Chrysalis Update for 2020-08-02

 

By Ivan Hawkes
August 2, 2020

 

In this article I will cover recent progress on my project, Chrysalis.

As I am still working on a major feature, any code or progress spoken of will be based on this commit.

Last time, I spoke about putting the EnTT ECS system into Chrysalis. The idea was to use this as a way to prototype spells and eventually items, which might in turn have one or more spells they can cast. Since then I’ve decided to use it as the basis for pretty much all interation in the game.

Now, a spell system is a great idea for an RPG, but it’s outside the scope of my initial plan - which is to write enough code to support a decent walking simulator. I started out by hard coding an interaction class for each specific interaction I thought the player might use e.g. “use”, “take”, “drop”, “open”. As I wrote the code I started to see everything as a spell instead. After all, what is a spell but a set of pre-conditions that determine if a character can perform some special action in the world. Once you start looking at needing to do range checks for opening a door or picking up a piece of paper it starts to make sense to have those occur in the same framework you’d use for throwing a fireball.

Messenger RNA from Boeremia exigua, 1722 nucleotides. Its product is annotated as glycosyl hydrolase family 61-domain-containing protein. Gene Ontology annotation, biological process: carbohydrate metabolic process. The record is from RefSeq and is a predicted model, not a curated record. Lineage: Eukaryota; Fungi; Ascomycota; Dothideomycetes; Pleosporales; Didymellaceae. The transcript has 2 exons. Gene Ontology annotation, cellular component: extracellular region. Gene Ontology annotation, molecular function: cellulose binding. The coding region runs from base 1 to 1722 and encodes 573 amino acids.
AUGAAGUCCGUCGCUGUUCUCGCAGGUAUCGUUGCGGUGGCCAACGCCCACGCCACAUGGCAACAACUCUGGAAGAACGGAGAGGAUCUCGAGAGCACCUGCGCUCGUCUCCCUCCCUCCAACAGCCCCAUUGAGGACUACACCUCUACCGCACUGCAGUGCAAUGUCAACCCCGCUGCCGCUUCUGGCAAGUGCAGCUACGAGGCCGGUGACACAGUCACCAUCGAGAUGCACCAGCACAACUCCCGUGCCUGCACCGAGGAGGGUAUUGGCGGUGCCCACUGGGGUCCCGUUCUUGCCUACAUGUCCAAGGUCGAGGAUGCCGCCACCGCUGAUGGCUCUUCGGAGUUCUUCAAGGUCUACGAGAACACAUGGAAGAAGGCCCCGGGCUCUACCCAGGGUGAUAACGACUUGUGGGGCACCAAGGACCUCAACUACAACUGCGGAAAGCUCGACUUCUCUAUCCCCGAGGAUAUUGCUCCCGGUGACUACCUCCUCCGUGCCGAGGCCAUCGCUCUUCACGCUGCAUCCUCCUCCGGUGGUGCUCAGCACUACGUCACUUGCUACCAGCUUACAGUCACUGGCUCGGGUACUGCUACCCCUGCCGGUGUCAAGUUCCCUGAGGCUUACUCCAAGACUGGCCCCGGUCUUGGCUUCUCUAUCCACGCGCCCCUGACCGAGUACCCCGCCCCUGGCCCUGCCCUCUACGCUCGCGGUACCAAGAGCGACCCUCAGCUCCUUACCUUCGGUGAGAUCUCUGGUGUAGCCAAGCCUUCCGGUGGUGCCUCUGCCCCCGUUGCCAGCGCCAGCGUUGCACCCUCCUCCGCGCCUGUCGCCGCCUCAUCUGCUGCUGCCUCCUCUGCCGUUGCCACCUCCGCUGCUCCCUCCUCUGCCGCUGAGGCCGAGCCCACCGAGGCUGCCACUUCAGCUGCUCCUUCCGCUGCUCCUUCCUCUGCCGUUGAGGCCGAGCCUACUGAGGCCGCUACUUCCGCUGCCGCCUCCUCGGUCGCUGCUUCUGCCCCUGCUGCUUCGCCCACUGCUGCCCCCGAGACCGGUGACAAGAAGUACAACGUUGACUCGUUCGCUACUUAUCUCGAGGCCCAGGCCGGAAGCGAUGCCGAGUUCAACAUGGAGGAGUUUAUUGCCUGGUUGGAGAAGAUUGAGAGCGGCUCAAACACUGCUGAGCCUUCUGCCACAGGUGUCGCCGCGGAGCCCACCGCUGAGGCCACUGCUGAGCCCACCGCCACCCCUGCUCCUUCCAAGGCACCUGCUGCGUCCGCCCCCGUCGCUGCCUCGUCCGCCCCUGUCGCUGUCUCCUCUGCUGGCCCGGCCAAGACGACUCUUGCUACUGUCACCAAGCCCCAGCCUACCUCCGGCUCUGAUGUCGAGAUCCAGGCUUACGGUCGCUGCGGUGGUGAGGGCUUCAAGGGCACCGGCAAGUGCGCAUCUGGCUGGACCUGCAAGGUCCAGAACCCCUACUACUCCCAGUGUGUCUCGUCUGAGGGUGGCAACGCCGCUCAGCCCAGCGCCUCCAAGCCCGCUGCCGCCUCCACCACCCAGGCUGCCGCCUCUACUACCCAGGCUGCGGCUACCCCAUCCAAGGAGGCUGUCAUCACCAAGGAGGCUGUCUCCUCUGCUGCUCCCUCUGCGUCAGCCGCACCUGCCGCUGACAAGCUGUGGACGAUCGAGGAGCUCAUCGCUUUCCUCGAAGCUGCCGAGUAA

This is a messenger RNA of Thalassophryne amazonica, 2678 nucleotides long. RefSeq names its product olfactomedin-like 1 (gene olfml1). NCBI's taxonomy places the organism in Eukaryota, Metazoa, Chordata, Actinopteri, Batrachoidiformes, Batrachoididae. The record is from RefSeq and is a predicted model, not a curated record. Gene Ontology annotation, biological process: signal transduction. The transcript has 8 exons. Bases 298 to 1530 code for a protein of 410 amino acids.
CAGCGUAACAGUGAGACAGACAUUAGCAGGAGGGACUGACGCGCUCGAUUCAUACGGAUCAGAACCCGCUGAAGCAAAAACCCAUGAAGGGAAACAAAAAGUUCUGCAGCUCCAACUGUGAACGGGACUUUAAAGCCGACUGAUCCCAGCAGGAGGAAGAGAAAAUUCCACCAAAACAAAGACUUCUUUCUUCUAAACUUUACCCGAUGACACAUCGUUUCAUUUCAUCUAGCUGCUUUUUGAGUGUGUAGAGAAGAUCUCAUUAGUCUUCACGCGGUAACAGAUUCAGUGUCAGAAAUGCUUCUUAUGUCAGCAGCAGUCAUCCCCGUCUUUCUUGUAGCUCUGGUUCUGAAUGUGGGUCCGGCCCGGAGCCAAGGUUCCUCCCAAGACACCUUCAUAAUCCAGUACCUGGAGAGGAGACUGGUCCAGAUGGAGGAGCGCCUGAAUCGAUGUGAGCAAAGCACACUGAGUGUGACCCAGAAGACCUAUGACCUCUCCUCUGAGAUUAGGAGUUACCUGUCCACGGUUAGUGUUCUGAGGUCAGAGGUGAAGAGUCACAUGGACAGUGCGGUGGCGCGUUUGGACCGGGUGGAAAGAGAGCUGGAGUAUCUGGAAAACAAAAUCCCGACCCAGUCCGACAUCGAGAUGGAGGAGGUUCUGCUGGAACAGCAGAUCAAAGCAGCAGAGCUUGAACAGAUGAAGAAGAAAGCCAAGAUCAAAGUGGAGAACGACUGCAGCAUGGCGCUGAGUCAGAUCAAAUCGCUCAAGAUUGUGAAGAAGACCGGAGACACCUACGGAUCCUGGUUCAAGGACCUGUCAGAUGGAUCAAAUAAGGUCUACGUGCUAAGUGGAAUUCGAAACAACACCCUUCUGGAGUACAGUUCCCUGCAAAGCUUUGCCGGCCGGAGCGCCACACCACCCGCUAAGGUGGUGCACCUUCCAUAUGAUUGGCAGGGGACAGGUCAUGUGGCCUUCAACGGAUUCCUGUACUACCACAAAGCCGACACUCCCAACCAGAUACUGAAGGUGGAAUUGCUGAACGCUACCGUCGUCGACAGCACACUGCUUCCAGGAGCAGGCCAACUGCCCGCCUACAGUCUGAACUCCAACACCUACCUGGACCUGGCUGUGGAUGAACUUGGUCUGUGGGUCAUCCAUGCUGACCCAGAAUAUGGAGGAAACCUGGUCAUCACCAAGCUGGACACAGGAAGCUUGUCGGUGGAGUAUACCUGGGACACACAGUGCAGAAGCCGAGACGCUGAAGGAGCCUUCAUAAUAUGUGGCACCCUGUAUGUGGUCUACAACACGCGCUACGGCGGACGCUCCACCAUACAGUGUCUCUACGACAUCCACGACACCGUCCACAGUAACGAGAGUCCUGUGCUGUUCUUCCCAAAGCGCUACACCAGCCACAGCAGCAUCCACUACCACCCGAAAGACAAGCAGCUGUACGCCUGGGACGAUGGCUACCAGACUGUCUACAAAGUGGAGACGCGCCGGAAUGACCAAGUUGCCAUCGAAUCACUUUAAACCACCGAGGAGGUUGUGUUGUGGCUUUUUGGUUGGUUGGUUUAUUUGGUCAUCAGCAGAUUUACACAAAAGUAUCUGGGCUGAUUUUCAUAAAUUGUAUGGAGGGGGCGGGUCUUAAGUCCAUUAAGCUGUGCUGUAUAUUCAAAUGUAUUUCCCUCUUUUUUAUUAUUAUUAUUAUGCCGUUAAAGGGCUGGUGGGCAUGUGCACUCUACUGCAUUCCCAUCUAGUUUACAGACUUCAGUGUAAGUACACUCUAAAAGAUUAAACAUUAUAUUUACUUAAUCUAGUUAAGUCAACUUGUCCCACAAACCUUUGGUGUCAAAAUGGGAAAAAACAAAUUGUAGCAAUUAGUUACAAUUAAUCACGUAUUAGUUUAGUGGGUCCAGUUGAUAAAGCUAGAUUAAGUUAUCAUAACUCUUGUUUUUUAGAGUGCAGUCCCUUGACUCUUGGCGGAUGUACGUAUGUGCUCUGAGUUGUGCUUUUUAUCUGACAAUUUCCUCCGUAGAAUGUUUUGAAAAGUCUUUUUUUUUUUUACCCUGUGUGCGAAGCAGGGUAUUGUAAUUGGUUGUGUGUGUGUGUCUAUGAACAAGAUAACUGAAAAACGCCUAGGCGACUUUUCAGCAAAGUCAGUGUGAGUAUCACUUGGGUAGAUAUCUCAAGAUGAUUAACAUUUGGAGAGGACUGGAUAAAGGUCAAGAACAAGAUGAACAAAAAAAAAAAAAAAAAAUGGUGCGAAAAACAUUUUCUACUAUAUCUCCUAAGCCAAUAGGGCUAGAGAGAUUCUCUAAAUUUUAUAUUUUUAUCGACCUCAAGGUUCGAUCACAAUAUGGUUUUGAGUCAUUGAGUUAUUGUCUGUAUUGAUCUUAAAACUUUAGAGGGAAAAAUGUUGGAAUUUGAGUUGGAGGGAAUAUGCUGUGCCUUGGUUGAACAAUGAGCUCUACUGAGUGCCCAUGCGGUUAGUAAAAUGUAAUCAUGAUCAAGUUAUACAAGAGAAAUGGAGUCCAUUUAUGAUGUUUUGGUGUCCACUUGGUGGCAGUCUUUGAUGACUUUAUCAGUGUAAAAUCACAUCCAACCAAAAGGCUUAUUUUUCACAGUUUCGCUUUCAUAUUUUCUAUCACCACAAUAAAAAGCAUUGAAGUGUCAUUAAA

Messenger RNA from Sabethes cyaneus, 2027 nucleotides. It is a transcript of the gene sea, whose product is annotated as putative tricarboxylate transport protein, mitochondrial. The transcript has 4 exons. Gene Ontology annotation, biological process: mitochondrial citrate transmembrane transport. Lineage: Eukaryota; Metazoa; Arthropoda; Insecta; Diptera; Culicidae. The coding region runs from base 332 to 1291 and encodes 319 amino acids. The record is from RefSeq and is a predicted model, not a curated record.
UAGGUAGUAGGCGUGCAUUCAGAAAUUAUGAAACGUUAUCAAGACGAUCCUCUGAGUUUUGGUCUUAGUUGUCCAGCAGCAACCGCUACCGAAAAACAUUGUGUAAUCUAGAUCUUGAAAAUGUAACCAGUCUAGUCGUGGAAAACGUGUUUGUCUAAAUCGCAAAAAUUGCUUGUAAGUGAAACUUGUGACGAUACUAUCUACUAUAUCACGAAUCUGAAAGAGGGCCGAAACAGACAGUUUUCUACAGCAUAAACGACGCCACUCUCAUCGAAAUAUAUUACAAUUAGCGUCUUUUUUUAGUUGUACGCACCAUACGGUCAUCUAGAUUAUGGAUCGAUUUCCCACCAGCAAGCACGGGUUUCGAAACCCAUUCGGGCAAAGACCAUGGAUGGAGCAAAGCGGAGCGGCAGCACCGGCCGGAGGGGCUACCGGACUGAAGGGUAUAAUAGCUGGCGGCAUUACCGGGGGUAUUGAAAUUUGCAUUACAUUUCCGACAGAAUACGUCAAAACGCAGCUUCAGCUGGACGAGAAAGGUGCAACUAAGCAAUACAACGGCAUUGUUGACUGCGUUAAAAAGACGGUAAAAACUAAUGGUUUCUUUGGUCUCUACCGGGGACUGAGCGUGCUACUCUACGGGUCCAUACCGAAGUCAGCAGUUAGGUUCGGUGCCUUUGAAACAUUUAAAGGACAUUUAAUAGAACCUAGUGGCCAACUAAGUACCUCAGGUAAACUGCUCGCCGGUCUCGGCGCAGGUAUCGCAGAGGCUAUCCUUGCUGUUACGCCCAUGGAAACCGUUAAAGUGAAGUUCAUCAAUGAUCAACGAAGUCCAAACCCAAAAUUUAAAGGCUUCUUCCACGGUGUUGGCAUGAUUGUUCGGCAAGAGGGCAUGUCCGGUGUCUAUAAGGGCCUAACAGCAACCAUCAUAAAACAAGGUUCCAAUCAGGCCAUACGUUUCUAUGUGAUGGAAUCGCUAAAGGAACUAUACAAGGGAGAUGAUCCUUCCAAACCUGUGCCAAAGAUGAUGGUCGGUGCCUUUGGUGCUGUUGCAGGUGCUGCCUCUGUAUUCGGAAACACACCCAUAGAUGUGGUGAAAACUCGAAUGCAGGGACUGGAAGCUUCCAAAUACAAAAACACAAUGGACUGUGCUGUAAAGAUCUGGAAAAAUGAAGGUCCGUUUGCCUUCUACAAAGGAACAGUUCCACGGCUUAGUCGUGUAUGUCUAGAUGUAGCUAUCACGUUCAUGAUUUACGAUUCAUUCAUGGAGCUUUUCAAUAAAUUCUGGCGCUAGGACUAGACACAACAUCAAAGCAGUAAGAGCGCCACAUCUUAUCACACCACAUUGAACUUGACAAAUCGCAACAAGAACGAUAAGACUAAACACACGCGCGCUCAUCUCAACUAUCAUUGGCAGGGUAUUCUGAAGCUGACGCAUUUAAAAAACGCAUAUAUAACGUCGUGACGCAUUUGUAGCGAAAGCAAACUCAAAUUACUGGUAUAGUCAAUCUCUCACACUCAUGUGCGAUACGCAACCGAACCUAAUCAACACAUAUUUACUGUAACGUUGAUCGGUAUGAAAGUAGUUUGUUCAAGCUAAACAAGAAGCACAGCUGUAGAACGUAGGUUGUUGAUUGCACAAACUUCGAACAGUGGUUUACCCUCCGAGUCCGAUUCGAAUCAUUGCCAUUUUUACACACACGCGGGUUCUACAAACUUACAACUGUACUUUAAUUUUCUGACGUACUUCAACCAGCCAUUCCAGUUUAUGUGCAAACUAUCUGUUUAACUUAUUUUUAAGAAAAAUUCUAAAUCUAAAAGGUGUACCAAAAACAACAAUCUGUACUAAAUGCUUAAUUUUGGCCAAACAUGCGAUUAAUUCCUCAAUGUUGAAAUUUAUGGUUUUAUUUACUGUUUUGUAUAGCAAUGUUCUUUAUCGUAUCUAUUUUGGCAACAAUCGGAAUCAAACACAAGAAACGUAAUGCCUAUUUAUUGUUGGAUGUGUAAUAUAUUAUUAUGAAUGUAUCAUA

So a spell is:

  • one or more conditionals e.g.
    • range check
    • qi (mana) check
    • timing check, how long since last used
    • reagent check, does this effect need you to already possess a key or wolfsbane?
  • feedback
    • animation for the caster
    • sound effects
    • particle effects
    • potentially spawn some geometry that needs to move in time with the spellcasting
    • swap out weapon for interaction item e.g. compass, sickle
  • action
    • damage occurs to other character
    • qi is spent
    • target is affected by animation, sound effect, etc